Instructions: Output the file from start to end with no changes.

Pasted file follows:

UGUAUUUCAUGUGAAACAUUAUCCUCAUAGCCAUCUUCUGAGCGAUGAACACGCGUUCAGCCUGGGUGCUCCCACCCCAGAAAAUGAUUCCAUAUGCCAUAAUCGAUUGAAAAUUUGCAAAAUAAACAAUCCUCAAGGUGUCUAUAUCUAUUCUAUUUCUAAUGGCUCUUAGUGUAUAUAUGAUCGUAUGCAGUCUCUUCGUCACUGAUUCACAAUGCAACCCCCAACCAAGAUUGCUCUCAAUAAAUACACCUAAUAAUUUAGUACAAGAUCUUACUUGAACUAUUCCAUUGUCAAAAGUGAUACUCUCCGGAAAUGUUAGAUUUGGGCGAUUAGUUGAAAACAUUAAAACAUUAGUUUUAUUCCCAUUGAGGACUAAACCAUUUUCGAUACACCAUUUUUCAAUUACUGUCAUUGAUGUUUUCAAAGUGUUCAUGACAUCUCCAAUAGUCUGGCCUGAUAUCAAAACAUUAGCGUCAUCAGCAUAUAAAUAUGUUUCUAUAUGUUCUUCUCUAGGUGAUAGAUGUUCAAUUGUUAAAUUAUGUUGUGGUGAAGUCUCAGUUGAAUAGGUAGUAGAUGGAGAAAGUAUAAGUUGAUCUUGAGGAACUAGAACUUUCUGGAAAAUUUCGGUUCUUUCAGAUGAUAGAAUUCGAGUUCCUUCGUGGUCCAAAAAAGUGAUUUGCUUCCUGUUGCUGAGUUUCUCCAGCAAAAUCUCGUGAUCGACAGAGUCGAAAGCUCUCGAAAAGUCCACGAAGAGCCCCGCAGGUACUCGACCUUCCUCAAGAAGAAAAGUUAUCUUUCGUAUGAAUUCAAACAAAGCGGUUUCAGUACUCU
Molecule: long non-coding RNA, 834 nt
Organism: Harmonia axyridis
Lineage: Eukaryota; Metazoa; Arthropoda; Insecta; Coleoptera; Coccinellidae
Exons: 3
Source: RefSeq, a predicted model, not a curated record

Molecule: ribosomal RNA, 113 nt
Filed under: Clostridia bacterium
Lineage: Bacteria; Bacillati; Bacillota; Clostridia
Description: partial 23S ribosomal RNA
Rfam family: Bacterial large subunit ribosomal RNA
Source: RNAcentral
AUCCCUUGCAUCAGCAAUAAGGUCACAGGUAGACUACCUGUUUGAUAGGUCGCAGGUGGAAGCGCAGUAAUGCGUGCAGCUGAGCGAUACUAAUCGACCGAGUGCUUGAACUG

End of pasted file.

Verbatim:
UGUAUUUCAUGUGAAACAUUAUCCUCAUAGCCAUCUUCUGAGCGAUGAACACGCGUUCAGCCUGGGUGCUCCCACCCCAGAAAAUGAUUCCAUAUGCCAUAAUCGAUUGAAAAUUUGCAAAAUAAACAAUCCUCAAGGUGUCUAUAUCUAUUCUAUUUCUAAUGGCUCUUAGUGUAUAUAUGAUCGUAUGCAGUCUCUUCGUCACUGAUUCACAAUGCAACCCCCAACCAAGAUUGCUCUCAAUAAAUACACCUAAUAAUUUAGUACAAGAUCUUACUUGAACUAUUCCAUUGUCAAAAGUGAUACUCUCCGGAAAUGUUAGAUUUGGGCGAUUAGUUGAAAACAUUAAAACAUUAGUUUUAUUCCCAUUGAGGACUAAACCAUUUUCGAUACACCAUUUUUCAAUUACUGUCAUUGAUGUUUUCAAAGUGUUCAUGACAUCUCCAAUAGUCUGGCCUGAUAUCAAAACAUUAGCGUCAUCAGCAUAUAAAUAUGUUUCUAUAUGUUCUUCUCUAGGUGAUAGAUGUUCAAUUGUUAAAUUAUGUUGUGGUGAAGUCUCAGUUGAAUAGGUAGUAGAUGGAGAAAGUAUAAGUUGAUCUUGAGGAACUAGAACUUUCUGGAAAAUUUCGGUUCUUUCAGAUGAUAGAAUUCGAGUUCCUUCGUGGUCCAAAAAAGUGAUUUGCUUCCUGUUGCUGAGUUUCUCCAGCAAAAUCUCGUGAUCGACAGAGUCGAAAGCUCUCGAAAAGUCCACGAAGAGCCCCGCAGGUACUCGACCUUCCUCAAGAAGAAAAGUUAUCUUUCGUAUGAAUUCAAACAAAGCGGUUUCAGUACUCU
Molecule: long non-coding RNA, 834 nt
Organism: Harmonia axyridis
Lineage: Eukaryota; Metazoa; Arthropoda; Insecta; Coleoptera; Coccinellidae
Exons: 3
Source: RefSeq, a predicted model, not a curated record

Molecule: ribosomal RNA, 113 nt
Filed under: Clostridia bacterium
Lineage: Bacteria; Bacillati; Bacillota; Clostridia
Description: partial 23S ribosomal RNA
Rfam family: Bacterial large subunit ribosomal RNA
Source: RNAcentral
AUCCCUUGCAUCAGCAAUAAGGUCACAGGUAGACUACCUGUUUGAUAGGUCGCAGGUGGAAGCGCAGUAAUGCGUGCAGCUGAGCGAUACUAAUCGACCGAGUGCUUGAACUG